Saturday, January 12, 2008
Former Olympic gold medalist Marion Jones received a six-month prison sentence from U.S. District Judge Kenneth Karas for her guilty plea to two counts of making false statements, the maximum recommended term under the Federal Sentencing Guidelines for the offenses. Jones was interviewed by federal agents in 2003 and again in 2006, the first time about the Balco (Bay Area Laboratory Co-operative) steroids operation and the second time about a check-kiting scheme involving her former boyfriend, sprinter Tim Montgomery. In the Balco case, she denied ever receiving steroids and even filed a defamation suit against Victor Conte, the founder of Balco, for his statements about her use of performance-enhancing drugs; that civil case was eventually dropped, for obvious reasons.
The Sentencing Guidelines range was 0-6 months, and I speculated earlier (here) that she might receive probation or home confinement. The prosecutors did not recommend any particular sentence other than staying within the Guidelines recommendation, and when Judge Karas floated the possibility of giving her consecutive sentences for each count of conviction or to exceed the recommended sentence, the prosecutors filed a letter (available below) urging the court to give a sentence within the 0-6 months range and not any higher. While in other white collar crime cases prosecutors have taken a more aggressive stance on sentencing, here they urged the court to stay within the Guidelines and gave the impression that a sentence with no incarceration would be acceptable.
Judge Karas' indication before sentencing that he was considering a longer prison term made it likely he would sentence Jones at the high end of the Guidelines range. In explaining the sentence, the Judge stated that he wanted to send a message to other athletes who do not adhere to the values of "hard work, dedication, teamwork and sportsmanship." In addition, Judge Karas said, "Athletes in society have an elevated status, they entertain, they inspire, and perhaps, most important, they serve as role models." An AP story (here) discusses the sentencing.
After the Supreme Court's decision in Gall granting district courts broader discretion in sentencing, individualized factors now play a greater role in the punishment determination. But, should an athlete's celebrity status be a basis for imposing an increased sentence in order to "send a message" to others? Jones did not plead guilty to using performance-enhancing drugs, although she had now admitted to using them, so the message is not one tied to the underlying crime.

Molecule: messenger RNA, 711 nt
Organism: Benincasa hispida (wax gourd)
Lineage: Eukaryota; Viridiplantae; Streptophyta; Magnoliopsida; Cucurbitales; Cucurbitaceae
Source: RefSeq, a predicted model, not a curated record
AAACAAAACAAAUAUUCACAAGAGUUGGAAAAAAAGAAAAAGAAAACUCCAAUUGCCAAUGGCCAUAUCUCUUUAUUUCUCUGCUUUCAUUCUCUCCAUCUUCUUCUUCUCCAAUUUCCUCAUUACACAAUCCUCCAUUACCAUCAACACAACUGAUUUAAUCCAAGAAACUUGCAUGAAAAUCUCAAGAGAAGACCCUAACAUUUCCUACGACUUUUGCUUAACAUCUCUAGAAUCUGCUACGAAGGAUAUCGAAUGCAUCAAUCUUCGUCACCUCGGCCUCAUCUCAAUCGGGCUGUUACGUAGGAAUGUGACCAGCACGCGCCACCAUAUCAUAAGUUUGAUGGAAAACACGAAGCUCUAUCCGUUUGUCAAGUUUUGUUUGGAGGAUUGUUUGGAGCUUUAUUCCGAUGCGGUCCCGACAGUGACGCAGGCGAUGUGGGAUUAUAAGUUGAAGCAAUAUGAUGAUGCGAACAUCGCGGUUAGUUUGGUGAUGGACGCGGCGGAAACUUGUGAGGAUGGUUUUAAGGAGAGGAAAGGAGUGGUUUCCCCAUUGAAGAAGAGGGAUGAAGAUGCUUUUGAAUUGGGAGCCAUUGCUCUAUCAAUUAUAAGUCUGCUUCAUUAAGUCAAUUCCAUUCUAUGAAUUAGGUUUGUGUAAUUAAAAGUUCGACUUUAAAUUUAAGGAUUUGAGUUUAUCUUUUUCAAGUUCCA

It is interesting to consider Jones' six-month prison term in comparison with other sentences handed down in white collar crime cases. Mark Kipnis, a former general counsel for Hollinger International who was convicted along with Lord Conrad Black for his role in a scheme to defraud the company, received probation after a sentencing hearing held the very day Gall came down. The fraudulent scheme cost the company approximately $6 million, and Kipnis was the attorney whose job was to protect his client, the company. I. Lewis Libby's thirty-month sentence for obstruction of justice and perjury was commuted by the President because it was excessive, and he had at least as high a profile as Jones when he breached the public trust. Even in the Balco prosecution, Conte received a four-month prison term for his role in the distribution of illegal narcotics, while Jones' sentence is 50% higher for lying to agents in the case.
In the world of sentencing reasonableness in federal cases fostered by the Supreme Court's decisions in Booker and Gall, it is hard to say that a sentence is "unfair" in comparison with another because the focus now is on an individualized assessment of culpability. One result of this new -- or perhaps return to -- sentencing discretion is that there will be greater disparity, and the "luck of the draw" regarding which judge a defendant draws takes on added importance. The luck of this judicial draw will see Jones beginning a six-month prison term in March, and she will have to serve virtually the entire term because there is no good-time credit for a sentence of less than a year. (ph)